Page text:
Comment by weeatquince on Web of virtue thesis [research note] · 2021-01-03T08:09:16.138Z · EA · GW

Hi Owen, I think this paper (and the other stuff you have posed recently) are very good.  It is good to see breakdowns of longtermism that are more practicably applicable to life and to solving some of the problems in the world today.


I would like to draw your attention to the COM-B (Capability Opportunity Motivation - Behaviour) model of behaviour change in case you are not already aware of it. The model is, as I understand it a fairly standard practice in governance reform in international development. The model is as follows:

  • The idea is that government decisions are dependent on the Behaviour (B) of key actors. This matches very closely to the idea that critical junctures are dependent on the Virtues embodied by key actors. 
  • An outside actor can ensure Behaviour goes well (behaviour changed for the better) by addressing key actors Capabilities (C), Opportunities (O) and Motivations (M). This matches very closely to your three points that the key actors must be 3) competent, must 1) know about the problem and must 2) care enough to solve it.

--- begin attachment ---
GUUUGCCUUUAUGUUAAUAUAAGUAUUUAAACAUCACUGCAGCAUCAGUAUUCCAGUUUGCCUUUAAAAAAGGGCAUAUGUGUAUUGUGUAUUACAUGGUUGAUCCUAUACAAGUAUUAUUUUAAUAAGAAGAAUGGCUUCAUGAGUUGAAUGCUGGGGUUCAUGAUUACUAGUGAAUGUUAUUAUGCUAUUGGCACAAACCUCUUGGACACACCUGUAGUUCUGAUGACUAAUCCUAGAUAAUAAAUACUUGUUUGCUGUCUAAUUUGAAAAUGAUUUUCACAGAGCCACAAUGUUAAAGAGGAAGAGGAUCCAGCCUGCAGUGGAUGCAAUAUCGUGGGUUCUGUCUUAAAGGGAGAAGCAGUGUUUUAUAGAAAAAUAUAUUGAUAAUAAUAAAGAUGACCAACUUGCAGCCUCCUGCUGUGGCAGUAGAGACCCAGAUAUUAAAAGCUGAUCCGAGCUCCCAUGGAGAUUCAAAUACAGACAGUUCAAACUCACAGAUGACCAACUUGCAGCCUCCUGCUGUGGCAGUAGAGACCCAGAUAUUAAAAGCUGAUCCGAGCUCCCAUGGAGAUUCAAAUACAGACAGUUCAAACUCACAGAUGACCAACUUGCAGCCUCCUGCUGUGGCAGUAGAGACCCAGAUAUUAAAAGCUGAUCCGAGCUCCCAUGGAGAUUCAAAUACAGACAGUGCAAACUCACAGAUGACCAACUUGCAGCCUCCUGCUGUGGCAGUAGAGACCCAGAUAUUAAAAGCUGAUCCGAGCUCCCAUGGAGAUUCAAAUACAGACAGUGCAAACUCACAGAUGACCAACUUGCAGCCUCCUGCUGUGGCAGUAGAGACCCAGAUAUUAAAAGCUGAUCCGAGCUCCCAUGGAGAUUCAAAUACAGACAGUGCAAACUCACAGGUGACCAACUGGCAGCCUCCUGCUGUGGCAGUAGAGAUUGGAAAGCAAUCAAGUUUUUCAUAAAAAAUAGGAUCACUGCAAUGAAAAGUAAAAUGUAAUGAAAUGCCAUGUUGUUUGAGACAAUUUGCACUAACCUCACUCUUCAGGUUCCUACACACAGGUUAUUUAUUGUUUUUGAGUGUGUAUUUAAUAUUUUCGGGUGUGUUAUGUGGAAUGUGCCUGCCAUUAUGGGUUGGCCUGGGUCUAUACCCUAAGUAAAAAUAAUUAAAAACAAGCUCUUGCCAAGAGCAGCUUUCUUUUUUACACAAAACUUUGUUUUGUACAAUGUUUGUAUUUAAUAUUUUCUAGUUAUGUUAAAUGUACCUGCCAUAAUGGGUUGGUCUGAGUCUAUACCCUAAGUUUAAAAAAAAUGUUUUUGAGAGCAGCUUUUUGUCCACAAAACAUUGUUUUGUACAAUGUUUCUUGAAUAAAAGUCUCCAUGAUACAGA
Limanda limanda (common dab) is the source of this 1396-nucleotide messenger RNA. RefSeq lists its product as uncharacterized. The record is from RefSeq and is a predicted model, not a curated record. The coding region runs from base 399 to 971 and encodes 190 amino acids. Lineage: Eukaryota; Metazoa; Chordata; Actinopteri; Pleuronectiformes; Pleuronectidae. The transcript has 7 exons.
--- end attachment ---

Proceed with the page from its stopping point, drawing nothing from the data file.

• The model then offers a range of tools and ways to break down COM into smaller challenges and and influence COM to achieve B and can be worked into a Theory of Change.


I think it is useful for you to be aware of this (if you are not already) as:

  • It shows you are on the right track. It sounds like from your post you are uncertain about the Key Virtue assumption. If you just thought up this assumption it could be good to know that it matches very very closely to an existing approach to changing the actions of key actors in positions of governance (or elsewhere).
  • It provides a more standard language to use if you want to move from speaking to philosophers to speaking to actors in the institutional reform space.
  • COM-B may be a better model. By virtue of being tried and tested COM-B is likely a better model with empirical evidence and academic papers behind it. Of course it is not perfect and there are criticisms of it (similar to how there are criticisms of QALYs in global health but they are still useful).
  • It provides a whole range of useful tools for thinking through the next steps of influencing key behaviours / key virtues. As mentioned there are various ways of breaking down the problems, tools to use to drive change, and even criticisms that highlight what the model misses.


I hope this is useful for resolving some of the uncertainty you expressed about the Key Virtue assumption and for refining next steps when you come to work on that.